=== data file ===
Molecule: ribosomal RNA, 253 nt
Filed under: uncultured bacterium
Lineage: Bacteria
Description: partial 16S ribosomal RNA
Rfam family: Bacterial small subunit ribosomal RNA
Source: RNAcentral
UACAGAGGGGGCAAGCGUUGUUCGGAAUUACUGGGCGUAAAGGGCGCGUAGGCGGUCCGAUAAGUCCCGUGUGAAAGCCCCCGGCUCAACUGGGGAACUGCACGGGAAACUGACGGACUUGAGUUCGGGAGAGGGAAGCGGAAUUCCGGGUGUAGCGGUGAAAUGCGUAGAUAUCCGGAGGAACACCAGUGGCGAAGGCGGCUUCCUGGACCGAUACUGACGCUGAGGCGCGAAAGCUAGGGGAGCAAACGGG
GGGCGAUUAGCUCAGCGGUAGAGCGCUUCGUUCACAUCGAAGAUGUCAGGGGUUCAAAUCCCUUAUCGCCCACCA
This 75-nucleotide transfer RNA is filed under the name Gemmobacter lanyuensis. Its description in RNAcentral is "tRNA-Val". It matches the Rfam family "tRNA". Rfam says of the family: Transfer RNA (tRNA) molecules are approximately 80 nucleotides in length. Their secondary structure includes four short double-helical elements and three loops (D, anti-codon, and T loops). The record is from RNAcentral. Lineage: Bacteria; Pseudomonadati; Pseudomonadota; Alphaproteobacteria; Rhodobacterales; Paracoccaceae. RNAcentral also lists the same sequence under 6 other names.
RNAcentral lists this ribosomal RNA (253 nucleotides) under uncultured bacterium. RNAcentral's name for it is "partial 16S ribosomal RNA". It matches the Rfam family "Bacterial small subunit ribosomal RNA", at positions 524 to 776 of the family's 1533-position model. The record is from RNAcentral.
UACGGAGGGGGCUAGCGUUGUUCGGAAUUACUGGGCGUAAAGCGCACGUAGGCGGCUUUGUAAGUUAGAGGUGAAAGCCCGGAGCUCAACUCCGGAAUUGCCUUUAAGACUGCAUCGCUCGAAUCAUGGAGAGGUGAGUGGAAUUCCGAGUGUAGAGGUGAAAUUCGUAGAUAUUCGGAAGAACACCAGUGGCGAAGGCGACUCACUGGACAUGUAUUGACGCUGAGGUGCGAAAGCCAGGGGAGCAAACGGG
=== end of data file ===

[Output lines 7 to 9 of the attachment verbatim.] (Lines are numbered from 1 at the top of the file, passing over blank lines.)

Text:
UACAGAGGGGGCAAGCGUUGUUCGGAAUUACUGGGCGUAAAGGGCGCGUAGGCGGUCCGAUAAGUCCCGUGUGAAAGCCCCCGGCUCAACUGGGGAACUGCACGGGAAACUGACGGACUUGAGUUCGGGAGAGGGAAGCGGAAUUCCGGGUGUAGCGGUGAAAUGCGUAGAUAUCCGGAGGAACACCAGUGGCGAAGGCGGCUUCCUGGACCGAUACUGACGCUGAGGCGCGAAAGCUAGGGGAGCAAACGGG
GGGCGAUUAGCUCAGCGGUAGAGCGCUUCGUUCACAUCGAAGAUGUCAGGGGUUCAAAUCCCUUAUCGCCCACCA
This 75-nucleotide transfer RNA is filed under the name Gemmobacter lanyuensis. Its description in RNAcentral is "tRNA-Val". It matches the Rfam family "tRNA". Rfam says of the family: Transfer RNA (tRNA) molecules are approximately 80 nucleotides in length. Their secondary structure includes four short double-helical elements and three loops (D, anti-codon, and T loops). The record is from RNAcentral. Lineage: Bacteria; Pseudomonadati; Pseudomonadota; Alphaproteobacteria; Rhodobacterales; Paracoccaceae. RNAcentral also lists the same sequence under 6 other names.